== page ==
Yep. Tam's taking another class; Peter Pan may've sung, "I won't grow up, I don't want to got to school," but it turned out he had 1337 combat skilz anyway.
Grownups have to learn 'em, or maybe relearn them, which is why my roommate, with tens of thousands of hours on the firing line, has put herself in the capable hands of Louis Awerbuck. Every little bit more of correct drill you do, every morsel of information from the folks who have Been There and Done That you absorb, the better off you'll be.
One of the basic benefits (and therefore often overlooked) is that any good class will instill and reinforce good gun-handling, a topic that has been much on my mind since I dropped a gun week before last. I'd had a little .32 repaired (a Star, a very pretty example of their 1911-inspired platform; like Tam, I'm fond of .32s but I confine my collecting to Star, Savage pistols and the occasional Astra) and the 'smith had put it in the triangular gun rug upside down to the way I'd sent it. Opened it too casually and down it went, right to the (hardwood) floor.
You might say, "No worries, it's steel and no self-respecting gunsmith would send back a firearm with one in the chamber!" True, but they're only human -- the fellow who fixes my Stars, he may be pushing "superhuman" -- and it is Always Loaded. Oh, it's not like I tried to catch it; one of the Minor Rules but an important one, Never Try To Catch A Dropped Firearm. Nevertheless, I treated a gun about like it was a slab of bread and darned near broke a toe in the process; and I'd've still been lucky if that was the only negative outcome.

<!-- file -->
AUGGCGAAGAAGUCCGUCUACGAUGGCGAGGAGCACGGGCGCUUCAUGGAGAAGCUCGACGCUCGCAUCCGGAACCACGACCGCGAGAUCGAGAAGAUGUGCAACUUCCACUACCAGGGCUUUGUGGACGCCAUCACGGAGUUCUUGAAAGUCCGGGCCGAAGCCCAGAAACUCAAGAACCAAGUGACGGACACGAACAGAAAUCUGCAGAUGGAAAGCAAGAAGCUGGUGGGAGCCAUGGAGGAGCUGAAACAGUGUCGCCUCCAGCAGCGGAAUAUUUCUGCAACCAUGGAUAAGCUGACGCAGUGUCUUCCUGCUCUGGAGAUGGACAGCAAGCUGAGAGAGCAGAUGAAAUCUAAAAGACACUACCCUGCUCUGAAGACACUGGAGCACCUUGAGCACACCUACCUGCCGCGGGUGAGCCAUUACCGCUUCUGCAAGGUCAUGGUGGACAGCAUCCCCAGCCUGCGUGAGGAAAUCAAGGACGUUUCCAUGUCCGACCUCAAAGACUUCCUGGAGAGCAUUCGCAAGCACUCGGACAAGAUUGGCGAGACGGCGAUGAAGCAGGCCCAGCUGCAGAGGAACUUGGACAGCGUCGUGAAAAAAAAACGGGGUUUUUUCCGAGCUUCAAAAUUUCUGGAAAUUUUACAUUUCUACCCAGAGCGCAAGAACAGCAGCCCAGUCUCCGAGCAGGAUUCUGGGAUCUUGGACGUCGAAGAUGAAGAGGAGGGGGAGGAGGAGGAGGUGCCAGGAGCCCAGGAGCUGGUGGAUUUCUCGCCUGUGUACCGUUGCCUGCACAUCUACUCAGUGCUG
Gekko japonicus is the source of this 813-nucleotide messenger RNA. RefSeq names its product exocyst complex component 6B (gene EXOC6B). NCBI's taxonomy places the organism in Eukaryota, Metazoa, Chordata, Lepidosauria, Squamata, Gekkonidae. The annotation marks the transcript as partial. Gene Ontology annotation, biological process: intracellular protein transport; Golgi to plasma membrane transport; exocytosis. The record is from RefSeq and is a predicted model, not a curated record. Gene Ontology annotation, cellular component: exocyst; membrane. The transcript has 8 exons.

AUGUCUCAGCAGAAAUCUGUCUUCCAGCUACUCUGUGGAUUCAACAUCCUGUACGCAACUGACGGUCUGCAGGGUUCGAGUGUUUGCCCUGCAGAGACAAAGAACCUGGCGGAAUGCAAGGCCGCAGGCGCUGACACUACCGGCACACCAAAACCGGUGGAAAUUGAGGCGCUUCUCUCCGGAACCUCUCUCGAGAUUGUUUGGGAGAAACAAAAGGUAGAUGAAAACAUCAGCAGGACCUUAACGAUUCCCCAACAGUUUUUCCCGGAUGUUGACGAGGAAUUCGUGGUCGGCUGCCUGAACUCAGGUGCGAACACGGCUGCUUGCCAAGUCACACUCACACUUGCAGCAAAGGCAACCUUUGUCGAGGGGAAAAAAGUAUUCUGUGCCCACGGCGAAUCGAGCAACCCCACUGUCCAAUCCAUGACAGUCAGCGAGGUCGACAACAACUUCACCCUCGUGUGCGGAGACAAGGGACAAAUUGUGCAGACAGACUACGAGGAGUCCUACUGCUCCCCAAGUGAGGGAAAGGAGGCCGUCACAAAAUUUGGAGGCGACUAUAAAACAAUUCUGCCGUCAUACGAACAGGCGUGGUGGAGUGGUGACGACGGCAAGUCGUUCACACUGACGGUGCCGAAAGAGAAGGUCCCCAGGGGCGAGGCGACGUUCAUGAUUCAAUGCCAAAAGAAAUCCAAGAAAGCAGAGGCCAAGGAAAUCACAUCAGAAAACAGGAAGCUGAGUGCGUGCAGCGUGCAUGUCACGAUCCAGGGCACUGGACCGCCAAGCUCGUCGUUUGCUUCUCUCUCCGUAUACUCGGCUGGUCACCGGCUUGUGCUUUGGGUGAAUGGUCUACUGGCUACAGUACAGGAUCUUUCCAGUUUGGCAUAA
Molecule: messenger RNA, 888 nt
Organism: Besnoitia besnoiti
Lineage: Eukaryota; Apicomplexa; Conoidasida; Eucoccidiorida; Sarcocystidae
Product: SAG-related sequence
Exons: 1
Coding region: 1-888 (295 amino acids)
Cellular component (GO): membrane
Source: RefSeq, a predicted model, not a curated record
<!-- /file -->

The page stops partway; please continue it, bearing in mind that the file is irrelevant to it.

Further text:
The cure for that is more class time; barring that, more time on a range where the other shooters -- or at least the guy(s) in charge -- do not hesitate to call out bad gun-handling. Before you can think about hitting what you are aiming at, you've got to make safe handling skills your default behavior.
Which is a long-winded way of saying I have got to get to the range -- any range -- this weekend! And it's about time I took another actual class; somebody's got to be running a "Handgun 201" refresher.
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